An overview of how a CEO persuaded his nearly insolvent company's creditors to swap existing debt for equity stakes.
More often than not, a key ingredient in turning around a deeply troubled yet highly promising company is the restructuring of its multitiered debt. But few chief executives have attempted as drastic a restructuring as Bobby Kotick did. He's the CEO and part owner of $40-million Activision, a Los Angeles-based licensee of Sega and Nintendo action games. Kotick's strategy -- to persuade most of Activision's creditors to swap existing debt for equity stakes -- transfigured his company, and it also demonstrates that equity, rather than debt, is frequently a better financing option for a growing business because it creates so many fewer demands.
Kotick's story dates back to the early 1990s, when he and four partners spent $500,000 to acquire a 25% stake in Activision, then logging about $60 million in sales. "We knew that the company was basically insolvent because it had lost a patent-infringement case," Kotick recalls, "but we didn't know just how insolvent it was." With the company's debt records in disarray, it took Kotick and his partners some time to figure out that "Activision owed its bankers and trade creditors so much that we would have had to come up with $25 million just to get to ground zero and then start all the other things we needed to do to turn the company around."
Kotick was convinced that so much debt would bury Activision's prospects for restoration to good health. "There was no money in the company to make interest payments, let alone to ever pay off the principal," he notes. The debt-to-common-stock conversion was the only solution. "We couldn't offer our debt holders even a long-term note, because we couldn't service any kind of debt."
The deal Kotick offered turned all existing debt into a stake that represented about 50% of Activision's stock. As proposed, the stock would be a pure growth play for the company's former debt holders, since there would be no owner dividends. (Kotick did not want to replace one type of payment obligation with another.)
The 25% stake originally purchased by Kotick and his partners "was reduced to one-half of 1% of the newly configured company," he says, explaining that "it was important for our creditors to see that we were making significant concessions, too." Most of Activision's creditors agreed with Kotick's basic pitch: "Their choices were either to write the debt off and get nothing out of it or to write it off, take the stock, and hope that if the company started growing profitably, the stock would increase in value and they would eventually recoup their investment."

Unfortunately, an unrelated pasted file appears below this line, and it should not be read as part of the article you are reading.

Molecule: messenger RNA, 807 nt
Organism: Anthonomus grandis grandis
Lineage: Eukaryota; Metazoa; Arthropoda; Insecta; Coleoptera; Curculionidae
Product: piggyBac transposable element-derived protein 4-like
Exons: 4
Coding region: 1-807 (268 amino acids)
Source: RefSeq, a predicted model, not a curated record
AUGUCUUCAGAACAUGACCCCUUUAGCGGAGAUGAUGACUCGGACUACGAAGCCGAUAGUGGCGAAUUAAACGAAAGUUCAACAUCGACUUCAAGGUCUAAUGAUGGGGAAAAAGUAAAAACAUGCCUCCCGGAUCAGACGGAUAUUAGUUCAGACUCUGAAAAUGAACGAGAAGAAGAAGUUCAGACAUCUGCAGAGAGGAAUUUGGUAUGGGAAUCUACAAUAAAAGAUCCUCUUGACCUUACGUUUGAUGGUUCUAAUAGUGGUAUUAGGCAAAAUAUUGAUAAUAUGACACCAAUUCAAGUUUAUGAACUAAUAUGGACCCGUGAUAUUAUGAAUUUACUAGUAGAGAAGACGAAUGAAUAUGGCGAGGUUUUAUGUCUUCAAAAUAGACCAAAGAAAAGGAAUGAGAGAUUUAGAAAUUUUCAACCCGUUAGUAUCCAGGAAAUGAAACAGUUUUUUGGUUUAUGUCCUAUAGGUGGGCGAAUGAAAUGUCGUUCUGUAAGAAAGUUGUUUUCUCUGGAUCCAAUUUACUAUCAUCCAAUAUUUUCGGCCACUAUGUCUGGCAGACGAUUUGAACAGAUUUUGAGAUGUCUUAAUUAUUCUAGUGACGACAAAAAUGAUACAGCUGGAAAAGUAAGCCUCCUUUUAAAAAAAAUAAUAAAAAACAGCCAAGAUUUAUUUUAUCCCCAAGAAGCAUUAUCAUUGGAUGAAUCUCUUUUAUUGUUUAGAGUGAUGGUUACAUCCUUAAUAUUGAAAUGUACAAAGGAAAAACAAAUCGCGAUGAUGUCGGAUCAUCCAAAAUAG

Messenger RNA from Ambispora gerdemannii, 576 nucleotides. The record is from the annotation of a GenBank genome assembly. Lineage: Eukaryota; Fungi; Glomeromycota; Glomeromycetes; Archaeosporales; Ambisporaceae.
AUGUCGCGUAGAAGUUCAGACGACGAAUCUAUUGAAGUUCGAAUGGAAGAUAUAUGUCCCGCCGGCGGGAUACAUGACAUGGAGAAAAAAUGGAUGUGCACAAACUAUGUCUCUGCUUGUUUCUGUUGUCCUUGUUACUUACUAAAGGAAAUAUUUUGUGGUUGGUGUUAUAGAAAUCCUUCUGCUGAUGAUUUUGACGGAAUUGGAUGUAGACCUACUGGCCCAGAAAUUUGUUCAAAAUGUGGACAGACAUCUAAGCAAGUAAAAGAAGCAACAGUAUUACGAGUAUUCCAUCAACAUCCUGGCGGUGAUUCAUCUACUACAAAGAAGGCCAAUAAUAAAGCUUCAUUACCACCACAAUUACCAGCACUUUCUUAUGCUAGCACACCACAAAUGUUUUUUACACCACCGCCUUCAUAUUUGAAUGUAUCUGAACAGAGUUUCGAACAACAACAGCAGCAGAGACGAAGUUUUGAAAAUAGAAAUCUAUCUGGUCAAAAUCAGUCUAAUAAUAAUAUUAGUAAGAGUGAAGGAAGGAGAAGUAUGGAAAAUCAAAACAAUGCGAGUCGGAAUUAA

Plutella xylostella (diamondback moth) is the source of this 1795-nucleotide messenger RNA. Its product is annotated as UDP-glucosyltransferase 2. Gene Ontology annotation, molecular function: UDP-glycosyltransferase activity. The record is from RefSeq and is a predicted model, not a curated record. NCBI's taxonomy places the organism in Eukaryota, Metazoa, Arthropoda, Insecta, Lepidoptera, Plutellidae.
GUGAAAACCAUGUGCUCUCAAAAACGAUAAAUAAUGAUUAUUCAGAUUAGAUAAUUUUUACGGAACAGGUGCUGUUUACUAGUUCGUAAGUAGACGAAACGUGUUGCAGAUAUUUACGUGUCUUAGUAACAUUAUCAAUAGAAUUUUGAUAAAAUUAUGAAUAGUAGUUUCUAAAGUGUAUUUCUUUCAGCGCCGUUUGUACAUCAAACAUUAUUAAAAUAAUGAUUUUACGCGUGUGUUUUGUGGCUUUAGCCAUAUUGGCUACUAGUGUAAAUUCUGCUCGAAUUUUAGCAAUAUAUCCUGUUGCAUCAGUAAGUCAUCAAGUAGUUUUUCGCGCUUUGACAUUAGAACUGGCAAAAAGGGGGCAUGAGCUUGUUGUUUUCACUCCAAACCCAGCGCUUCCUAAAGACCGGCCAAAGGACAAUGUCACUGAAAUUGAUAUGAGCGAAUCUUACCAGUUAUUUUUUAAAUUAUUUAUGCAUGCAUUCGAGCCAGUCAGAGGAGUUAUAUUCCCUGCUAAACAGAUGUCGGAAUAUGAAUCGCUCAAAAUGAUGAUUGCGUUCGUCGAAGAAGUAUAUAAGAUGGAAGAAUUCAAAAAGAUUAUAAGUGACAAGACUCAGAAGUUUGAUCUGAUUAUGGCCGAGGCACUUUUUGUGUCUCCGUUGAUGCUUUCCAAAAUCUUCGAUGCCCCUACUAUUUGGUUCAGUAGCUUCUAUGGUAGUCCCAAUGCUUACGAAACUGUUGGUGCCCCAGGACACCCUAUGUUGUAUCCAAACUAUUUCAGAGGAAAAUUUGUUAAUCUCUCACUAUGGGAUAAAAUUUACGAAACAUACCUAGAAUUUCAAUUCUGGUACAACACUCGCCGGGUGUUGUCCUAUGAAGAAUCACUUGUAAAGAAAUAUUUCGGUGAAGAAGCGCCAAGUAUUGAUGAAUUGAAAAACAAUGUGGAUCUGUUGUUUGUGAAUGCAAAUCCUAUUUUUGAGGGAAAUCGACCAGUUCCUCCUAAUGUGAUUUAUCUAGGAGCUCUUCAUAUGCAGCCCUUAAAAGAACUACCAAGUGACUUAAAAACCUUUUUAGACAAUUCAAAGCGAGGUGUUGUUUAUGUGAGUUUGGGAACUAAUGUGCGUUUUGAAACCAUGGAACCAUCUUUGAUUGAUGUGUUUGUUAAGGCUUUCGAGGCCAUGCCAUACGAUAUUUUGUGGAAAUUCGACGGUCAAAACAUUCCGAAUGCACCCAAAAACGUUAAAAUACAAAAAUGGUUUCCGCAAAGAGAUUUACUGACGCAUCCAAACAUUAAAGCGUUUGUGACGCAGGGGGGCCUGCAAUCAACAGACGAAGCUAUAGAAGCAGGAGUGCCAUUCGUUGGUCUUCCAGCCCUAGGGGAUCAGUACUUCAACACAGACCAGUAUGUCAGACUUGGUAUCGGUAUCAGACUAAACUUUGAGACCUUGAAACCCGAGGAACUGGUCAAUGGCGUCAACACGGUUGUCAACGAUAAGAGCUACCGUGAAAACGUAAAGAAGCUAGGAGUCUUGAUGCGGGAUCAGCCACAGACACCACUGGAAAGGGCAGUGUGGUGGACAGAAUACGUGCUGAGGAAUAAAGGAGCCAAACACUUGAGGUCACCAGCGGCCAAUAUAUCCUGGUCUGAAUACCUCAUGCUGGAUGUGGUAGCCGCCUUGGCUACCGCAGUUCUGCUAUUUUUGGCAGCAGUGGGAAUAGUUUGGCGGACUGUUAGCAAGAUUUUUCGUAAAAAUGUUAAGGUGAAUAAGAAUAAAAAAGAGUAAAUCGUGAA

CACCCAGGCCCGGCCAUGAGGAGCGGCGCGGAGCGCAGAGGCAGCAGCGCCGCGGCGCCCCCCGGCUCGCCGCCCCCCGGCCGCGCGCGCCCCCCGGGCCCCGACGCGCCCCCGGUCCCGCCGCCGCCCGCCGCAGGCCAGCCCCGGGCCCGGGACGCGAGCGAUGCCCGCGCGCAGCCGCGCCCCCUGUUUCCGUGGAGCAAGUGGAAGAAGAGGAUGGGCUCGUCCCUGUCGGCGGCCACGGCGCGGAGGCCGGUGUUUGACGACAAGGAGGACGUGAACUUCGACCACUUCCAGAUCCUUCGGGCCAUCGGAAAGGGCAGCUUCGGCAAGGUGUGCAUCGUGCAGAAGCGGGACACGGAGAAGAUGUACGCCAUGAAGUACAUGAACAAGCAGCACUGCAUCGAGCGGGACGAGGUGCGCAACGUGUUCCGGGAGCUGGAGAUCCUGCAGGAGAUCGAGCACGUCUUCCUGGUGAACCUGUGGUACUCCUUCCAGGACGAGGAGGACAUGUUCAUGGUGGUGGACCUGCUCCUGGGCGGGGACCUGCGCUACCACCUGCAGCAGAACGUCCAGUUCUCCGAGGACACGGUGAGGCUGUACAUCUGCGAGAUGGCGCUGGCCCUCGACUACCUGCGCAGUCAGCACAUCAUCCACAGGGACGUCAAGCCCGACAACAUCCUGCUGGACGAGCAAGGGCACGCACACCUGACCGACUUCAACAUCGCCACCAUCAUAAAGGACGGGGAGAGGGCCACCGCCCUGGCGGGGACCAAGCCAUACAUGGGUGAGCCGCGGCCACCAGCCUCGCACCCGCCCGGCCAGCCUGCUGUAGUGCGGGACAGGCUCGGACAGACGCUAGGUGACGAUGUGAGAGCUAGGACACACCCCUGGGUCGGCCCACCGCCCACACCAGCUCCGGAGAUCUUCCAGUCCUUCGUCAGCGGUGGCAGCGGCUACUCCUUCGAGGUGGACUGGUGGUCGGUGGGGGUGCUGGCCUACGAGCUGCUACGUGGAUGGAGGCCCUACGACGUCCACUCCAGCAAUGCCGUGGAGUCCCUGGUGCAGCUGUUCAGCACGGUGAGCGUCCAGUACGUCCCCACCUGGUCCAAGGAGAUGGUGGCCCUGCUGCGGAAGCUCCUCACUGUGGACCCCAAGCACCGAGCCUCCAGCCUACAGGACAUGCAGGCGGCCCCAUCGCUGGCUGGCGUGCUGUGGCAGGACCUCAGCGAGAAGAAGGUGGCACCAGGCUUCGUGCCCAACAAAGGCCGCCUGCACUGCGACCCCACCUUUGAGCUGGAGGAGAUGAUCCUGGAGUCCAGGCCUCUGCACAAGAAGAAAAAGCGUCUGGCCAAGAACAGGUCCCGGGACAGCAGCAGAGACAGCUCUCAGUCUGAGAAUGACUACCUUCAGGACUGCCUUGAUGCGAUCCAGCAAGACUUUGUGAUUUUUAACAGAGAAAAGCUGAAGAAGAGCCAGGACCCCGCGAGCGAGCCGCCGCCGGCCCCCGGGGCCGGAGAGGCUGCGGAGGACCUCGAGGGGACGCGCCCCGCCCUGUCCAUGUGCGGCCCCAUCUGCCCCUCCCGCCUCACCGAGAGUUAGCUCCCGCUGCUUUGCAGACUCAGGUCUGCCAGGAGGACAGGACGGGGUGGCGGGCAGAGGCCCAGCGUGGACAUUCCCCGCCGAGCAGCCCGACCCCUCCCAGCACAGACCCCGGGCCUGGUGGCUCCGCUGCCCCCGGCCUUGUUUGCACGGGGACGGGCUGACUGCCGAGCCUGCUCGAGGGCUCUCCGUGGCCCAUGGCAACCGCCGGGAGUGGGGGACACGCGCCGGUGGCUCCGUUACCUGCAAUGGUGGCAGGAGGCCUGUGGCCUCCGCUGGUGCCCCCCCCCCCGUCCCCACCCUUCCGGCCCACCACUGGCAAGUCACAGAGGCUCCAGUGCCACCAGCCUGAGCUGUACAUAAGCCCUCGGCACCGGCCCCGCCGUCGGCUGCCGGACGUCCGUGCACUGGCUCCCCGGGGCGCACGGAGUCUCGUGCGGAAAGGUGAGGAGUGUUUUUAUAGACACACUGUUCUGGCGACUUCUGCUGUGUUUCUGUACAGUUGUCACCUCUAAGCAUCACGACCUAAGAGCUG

Still, there was one holdout, a venture-capital firm that refused to participate in the equity-for-debt swap. "We begged them to go along with the deal. We told them that they were disrupting the whole process, but they wouldn't do it," the CEO recalls. Finally, Kotick and his partners bought out the venture capitalist's investment for $375,000. "We used our personal resources as well as collateral from our other business holdings to help Activision secure a new, large line of bank credit." Kotick and his partners ended up holding about one-third of Activision's new stock.
The debt-to-equity swap was effected as part of a prepackaged bankruptcy proceeding that lasted 45 days and cost the company about $750,000 in legal fees. But it was well worth it, concludes Kotick. "Before we did the deal, we had $25 million in claims against us and a market value of $2 million. Now we have only a small amount of debt, and our stock is worth about $90 million. We could never have accomplished that if we were still weighed down with all that debt. The swap enabled our company to have a future."